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When I Grow Up View Comments
By Charles Dickson, PhD

TOM WAS DRESSED in somewhat shabby attire, with a couple of small holes in his pants legs, a soiled mark on one shirtsleeve, and shoes whose appearance revealed they had covered considerable mileage. There he was, sitting in a fast-food restaurant at the University of North Carolina at Chapel Hill, relishing each bite of his sandwich and constantly commenting to my daughter, Sheri, and me as to how good the food smelled. When we had finished eating and departed in our separate directions, I inquired of Sheri if we shouldn’t organize some kind of a welfare campaign to help feed and clothe this poor, unfortunate, struggling student.

You can imagine my surprise when she explained to me that this young man was the son of a wealthy furniture manufacturing executive in a town a few hundred miles from the university. This led me to the natural question of why he was projecting such a poverty-stricken image. Was he pretending to be someone he wasn’t? Or maybe he just couldn’t manage all those bundles of green stuff I imagined his parents were sending him each month.

After assuring me that none of my assumptions were correct, Sheri explained that Tom’s father had, at one time, been very supportive of Tom and his vocational goals, while he was attending engineering school and preparing for what his dad felt would be a responsible position in their family-owned company. But during his sophomore year, Tom decided that this line of work wasn’t for him, and he switched into the college of fine arts and became a drawing and painting major. His father, enraged by the decision, which frustrated all of his vocational plans for Tom, immediately stopped sending him financial aid and announced, “If you’re going into that, you’ll have to make it on your own.”

So Tom’s world of wardrobes, sports cars, and ample pocket change had now been replaced by worn-out jeans and a longing hunger at the local burger place. Yet he had a sense of accomplishment. He had made a decision about what he wanted to do with his life and was now following through on it.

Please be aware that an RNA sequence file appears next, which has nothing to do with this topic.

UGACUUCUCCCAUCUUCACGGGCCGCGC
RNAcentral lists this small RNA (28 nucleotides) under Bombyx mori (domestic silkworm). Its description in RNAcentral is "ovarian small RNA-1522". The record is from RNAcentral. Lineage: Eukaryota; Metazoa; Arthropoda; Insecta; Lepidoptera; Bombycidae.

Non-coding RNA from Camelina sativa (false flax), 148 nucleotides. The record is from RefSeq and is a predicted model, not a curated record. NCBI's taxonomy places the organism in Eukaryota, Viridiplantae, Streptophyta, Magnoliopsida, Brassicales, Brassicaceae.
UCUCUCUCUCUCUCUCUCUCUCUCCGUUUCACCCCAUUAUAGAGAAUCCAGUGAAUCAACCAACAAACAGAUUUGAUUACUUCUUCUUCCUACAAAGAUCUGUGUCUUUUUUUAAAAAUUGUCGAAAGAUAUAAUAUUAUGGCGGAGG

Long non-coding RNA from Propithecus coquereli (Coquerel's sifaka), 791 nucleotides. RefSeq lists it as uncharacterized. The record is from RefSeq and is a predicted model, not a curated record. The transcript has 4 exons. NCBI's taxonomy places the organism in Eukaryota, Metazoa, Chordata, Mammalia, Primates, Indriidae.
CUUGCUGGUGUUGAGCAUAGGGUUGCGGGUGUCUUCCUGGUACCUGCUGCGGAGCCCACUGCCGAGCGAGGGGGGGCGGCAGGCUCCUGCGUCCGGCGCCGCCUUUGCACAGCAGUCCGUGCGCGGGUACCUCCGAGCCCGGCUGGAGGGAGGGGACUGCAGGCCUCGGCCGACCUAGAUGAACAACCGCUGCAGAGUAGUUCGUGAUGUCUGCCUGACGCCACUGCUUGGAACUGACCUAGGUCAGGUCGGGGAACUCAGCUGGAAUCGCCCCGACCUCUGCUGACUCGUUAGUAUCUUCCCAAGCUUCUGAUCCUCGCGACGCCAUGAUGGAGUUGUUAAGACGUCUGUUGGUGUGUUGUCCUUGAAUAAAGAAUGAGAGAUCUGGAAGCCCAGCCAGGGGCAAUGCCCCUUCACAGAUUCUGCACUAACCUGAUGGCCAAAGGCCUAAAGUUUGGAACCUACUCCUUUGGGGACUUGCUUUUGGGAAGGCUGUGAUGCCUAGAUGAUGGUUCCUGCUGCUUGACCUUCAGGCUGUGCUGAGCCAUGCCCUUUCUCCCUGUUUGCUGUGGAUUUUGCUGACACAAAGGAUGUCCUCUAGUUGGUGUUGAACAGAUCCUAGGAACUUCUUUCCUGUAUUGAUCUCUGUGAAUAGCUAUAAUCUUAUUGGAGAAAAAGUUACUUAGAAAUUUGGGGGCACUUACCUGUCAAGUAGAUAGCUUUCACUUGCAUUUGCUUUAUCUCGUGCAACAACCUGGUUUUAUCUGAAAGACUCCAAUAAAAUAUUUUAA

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Charles Dickson, PhD, is the author of two books on Mariology: A Protestant Pastor Looks at Mary (Our Sunday Visitor) and Mary: A Handbook for Dialogue (PublishAmerica).

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Augustine of Canterbury: In the year 596, some 40 monks set out from Rome to evangelize the Anglo-Saxons in England. Leading the group was Augustine, the prior of their monastery in Rome. Hardly had he and his men reached Gaul (France) when they heard stories of the ferocity of the Anglo-Saxons and of the treacherous waters of the English Channel. Augustine returned to Rome and to the pope who had sent them—St. Gregory the Great (September 3 )—only to be assured by him that their fears were groundless. 
<p>Augustine again set out. This time the group crossed the English Channel and landed in the territory of Kent, ruled by King Ethelbert, a pagan married to a Christian, Bertha. Ethelbert received them kindly, set up a residence for them in Canterbury and within the year, on Pentecost Sunday, 597, was himself baptized. After being consecrated a bishop in France, Augustine returned to Canterbury, where he founded his see. He constructed a church and monastery near where the present cathedral, begun in 1070, now stands. As the faith spread, additional sees were established at London and Rochester. </p><p>Work was sometimes slow and Augustine did not always meet with success. Attempts to reconcile the Anglo-Saxon Christians with the original Briton Christians (who had been driven into western England by Anglo-Saxon invaders) ended in dismal failure. Augustine failed to convince the Britons to give up certain Celtic customs at variance with Rome and to forget their bitterness, helping him evangelize their Anglo-Saxon conquerors </p><p>Laboring patiently, Augustine wisely heeded the missionary principles—quite enlightened for the times—suggested by Pope Gregory the Great: purify rather than destroy pagan temples and customs; let pagan rites and festivals be transformed into Christian feasts; retain local customs as far as possible. The limited success Augustine achieved in England before his death in 605, a short eight years after he arrived in England, would eventually bear fruit long after in the conversion of England. Augustine of Canterbury can truly be called the “Apostle of England.”</p> American Catholic Blog A hero isn’t someone born with unconquerable strength and selflessness. Heroes are not formed in a cataclysmic instant. Heroism is developed over time, one decision after another, moment by moment, formed by a deliberate, chosen, and habitual response to life.

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